[FOM] The FOM of objects and classes in programming languages

Patrik Eklund peklund at cs.umu.se
Fri Mar 31 02:48:43 EDT 2017

It's hard to fully understand objects and classes as they appear in 
programming languages if we only read about algebraic theories without 
using the language of category theory.

The algebraic (and coalgebraic) side of objects and classes, can be seen 
starting from Lawvere's 1963 paper, and an example of a fairly good 
description to algebraic theories as supporting the understanding of the 
categorical structures to this is the algebraic theories by Adamek at 


The programming language side is well explained in the Ehrig and Mahr 
foundations of algebraic specifications:


Then there are obviously new books and papers "explaining" various 
situations but they mostly depart from the FOM aspects of objects.


One tricky part is related to types (sorts in the underlying signature), 
and in particular to type constructors, as that is the place where 
computer science departs from mathematical treatments. Type constructors 
are usually brought in from the outside, so as to say. The 
interpretation of types, terms and substitutions is treated differently 
in respective programming languages.

Type constructors go back at least to Church 1940, and has thereafter 
never actually been treated properly. Church didn't go into types, and 
Curry didn't go into computation, so there was never really a curiosity 
about the interactions between types and computations.

Type constructors are operators and should reside in a signature kind of 
"over" the underlying signature, as we have explained some years ago 
(http://www.glioc.com/files_glioc/ModernEyesOnLambdaCalculus.pdf). This 
opens the difficult question about models. Let me take just one example. 
If nat is the type for numbers in the "Peano signature", and for some 
reason we need to build the powertype. Then we need to say that nat is a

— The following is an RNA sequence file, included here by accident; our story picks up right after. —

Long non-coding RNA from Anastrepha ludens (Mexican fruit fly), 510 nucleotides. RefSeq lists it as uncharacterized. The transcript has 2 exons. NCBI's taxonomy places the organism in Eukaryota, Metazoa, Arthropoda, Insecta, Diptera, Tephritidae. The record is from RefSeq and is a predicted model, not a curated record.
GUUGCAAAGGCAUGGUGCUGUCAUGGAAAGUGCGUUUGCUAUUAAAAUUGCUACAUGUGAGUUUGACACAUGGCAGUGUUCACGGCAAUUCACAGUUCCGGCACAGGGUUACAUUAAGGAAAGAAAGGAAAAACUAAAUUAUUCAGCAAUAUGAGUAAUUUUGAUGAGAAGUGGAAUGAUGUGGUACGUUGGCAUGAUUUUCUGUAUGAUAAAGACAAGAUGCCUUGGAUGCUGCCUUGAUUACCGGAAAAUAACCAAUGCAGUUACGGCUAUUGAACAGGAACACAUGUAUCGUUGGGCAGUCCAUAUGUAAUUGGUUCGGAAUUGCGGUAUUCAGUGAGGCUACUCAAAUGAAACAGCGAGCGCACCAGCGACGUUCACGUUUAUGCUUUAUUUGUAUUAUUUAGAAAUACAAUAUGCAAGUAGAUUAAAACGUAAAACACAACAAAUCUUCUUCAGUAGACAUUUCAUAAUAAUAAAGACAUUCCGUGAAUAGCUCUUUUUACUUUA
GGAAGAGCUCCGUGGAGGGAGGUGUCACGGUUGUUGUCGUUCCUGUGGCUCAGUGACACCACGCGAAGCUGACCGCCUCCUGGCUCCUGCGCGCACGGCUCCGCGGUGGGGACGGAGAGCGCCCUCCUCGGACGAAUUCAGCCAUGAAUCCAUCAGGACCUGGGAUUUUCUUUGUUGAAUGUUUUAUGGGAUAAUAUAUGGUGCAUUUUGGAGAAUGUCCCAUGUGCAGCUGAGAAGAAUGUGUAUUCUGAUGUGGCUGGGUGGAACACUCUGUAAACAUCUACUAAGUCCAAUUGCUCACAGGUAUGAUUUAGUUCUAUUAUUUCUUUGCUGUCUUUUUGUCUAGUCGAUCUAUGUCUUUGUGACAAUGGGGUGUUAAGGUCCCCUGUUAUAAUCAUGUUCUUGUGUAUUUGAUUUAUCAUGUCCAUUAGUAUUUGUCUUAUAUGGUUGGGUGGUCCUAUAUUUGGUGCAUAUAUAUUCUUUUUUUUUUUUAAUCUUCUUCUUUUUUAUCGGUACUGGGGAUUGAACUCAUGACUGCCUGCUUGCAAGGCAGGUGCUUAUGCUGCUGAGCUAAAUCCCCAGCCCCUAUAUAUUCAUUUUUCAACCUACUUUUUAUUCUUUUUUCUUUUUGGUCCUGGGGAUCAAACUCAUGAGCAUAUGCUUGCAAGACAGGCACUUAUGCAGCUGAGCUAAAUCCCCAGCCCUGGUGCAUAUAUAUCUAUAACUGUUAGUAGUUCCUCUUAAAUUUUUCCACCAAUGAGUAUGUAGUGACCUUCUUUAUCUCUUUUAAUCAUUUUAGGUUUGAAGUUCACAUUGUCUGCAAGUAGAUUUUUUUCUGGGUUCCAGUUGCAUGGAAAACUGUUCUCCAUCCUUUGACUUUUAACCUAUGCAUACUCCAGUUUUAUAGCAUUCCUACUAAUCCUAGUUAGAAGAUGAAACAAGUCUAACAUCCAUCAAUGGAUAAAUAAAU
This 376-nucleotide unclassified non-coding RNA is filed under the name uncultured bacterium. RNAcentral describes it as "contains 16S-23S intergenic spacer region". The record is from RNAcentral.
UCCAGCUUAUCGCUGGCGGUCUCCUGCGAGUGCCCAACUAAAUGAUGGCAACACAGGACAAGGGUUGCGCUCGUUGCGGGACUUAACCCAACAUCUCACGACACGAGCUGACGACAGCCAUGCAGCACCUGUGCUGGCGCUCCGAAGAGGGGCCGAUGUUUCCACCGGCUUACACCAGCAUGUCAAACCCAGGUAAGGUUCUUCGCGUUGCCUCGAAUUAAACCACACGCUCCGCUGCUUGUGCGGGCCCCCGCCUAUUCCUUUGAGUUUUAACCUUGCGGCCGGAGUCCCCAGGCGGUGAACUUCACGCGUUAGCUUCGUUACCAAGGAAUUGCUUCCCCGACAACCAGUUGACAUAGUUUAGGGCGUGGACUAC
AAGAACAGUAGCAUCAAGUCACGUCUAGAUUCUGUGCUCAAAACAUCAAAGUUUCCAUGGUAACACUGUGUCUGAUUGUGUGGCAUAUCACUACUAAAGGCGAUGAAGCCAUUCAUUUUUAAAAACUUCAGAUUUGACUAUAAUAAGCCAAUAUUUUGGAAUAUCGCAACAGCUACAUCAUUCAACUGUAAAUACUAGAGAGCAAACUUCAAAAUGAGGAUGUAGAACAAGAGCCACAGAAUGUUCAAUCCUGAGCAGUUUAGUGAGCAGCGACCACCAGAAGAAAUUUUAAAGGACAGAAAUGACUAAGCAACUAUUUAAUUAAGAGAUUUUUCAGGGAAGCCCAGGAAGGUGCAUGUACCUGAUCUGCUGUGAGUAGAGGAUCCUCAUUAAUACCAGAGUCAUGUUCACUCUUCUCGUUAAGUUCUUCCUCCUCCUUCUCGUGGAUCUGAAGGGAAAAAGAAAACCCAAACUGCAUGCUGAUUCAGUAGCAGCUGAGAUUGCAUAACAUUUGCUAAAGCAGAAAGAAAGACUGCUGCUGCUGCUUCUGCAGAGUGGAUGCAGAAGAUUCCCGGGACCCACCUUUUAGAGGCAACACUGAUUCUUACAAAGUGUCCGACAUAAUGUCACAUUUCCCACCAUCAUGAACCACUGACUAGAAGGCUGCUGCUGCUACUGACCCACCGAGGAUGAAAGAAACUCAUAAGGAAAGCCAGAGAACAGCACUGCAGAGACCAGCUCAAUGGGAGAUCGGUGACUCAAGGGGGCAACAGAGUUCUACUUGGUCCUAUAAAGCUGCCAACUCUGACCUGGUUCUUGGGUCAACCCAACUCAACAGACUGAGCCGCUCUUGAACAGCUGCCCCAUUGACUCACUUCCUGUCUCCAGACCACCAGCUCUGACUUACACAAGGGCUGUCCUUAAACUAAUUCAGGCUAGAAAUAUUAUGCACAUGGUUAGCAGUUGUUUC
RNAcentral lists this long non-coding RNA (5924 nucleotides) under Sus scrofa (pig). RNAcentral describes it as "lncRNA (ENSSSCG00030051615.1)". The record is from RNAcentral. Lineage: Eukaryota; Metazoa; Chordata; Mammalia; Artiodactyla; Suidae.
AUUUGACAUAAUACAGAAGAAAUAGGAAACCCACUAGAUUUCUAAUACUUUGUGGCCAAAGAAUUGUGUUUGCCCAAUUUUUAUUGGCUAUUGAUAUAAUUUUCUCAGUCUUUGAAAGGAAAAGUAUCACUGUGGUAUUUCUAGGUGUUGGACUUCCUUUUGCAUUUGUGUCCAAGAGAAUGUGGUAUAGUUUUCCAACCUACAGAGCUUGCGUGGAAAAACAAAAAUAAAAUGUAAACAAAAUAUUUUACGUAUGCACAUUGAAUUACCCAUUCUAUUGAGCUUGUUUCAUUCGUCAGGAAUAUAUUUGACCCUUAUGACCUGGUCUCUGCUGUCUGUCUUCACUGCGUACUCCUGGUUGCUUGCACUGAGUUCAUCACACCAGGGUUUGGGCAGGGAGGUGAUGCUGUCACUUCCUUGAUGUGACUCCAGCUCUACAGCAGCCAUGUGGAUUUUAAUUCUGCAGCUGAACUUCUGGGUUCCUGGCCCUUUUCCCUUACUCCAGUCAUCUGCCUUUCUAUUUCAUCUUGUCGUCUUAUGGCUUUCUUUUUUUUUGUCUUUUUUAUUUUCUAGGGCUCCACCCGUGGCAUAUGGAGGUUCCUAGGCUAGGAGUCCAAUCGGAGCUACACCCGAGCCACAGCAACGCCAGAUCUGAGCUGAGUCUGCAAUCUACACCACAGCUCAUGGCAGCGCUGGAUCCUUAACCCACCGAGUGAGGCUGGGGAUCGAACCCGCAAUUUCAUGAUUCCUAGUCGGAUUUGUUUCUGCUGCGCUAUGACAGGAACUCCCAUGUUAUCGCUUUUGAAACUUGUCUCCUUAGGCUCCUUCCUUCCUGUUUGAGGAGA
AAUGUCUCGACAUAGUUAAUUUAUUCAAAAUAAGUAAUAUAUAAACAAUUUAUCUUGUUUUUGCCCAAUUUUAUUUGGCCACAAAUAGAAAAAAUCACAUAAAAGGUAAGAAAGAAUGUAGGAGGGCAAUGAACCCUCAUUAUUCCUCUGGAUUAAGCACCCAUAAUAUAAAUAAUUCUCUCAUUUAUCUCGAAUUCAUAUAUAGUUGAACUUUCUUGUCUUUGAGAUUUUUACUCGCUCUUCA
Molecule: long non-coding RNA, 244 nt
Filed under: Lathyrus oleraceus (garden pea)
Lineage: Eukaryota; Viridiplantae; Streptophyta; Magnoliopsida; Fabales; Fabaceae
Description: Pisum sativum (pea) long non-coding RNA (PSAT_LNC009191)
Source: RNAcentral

constant in a new signature with the sort 'type', so that "nat : -> 
type" is a constant in that new signature "over" the Peano signature. 
Then we could introduce the powertype constructor like "P : type -> 
type" to so that Pnat is a new and constructed type. The hard part now 
is the algebra of 'type', and it is not just an algebra, but something 
beyond. We believe it must be something like the object set of a 
monoidal closed category, so that the model of type constructors are 
functors. Needless to say, in universal algebra we have "free" e.g. like 
in a free monoid, but for monoidal categories we don't have "free 
monoidal categories".

Computer Science needs help with these things and I think some extension 
and generalization of universal algebra is needed, and FOM machineries 
will certainly come into play. We do not know how, but we will, as 
Hilbert said (Wir müssen wissen! Wir werden wissen!). However, computer 
scientists are reluctant to think in these terms, and mathematicians and 
foundationalists seem not bring this into their research agendas.

The slogan here could be that "Aristotle is without types, and Plato is 
full of it".

Obviously, the thoughts concerning types and powers of at least a few 
within the FOM community go to Principia Mathematica, and that's ok, but 
for elaborate computations we need more elaborate type constructors than 
just the powertype constructor.


Good news is that the intermediate languages are coming closer to each 
other since the giants producing these intermediate languages act in 
common working groups. This means that the intermediate languages like 
those for Java and C are now closer to Microsoft's .NET languages like 
C# and F#. These intermediate languages are indeed languages to which 
programming languages compile, and from which the compiled source code 
translates to machine language. This obviously means that an object or a 
class translates to such an intermediate language and further on to 
machine. FOM is more relevant in the first translation, since in the 
latter translation, math and logic is mostly left in the gutter. The 
notion of 'variable' and 'substitution' is treated differently in 
languages. Substitution is the morphism in the Kleisli category over the 
term monad based on the underlying signature (sorts and operations) for 
the language. Kleisli morphisms are substitutions.

Concerning .NET we may note that Microsoft Research in Cambridge has 
been dealing with these issues to some extent, but unfortunately not all 
that deeply. It shows e.g. in categorical ingredients in Haskell and how 
Haskell still hasn't been able to close the deal about foundational 


Not to be critical at all, but my impression of FOM is that it is often 
happily hindsighted and even eager to write and rewrite history of FOM, 
but less foresighted to produce and provide new tools to help solve 
problems where obviously FOM ingredients appear, like in the situation 
concerning "object".




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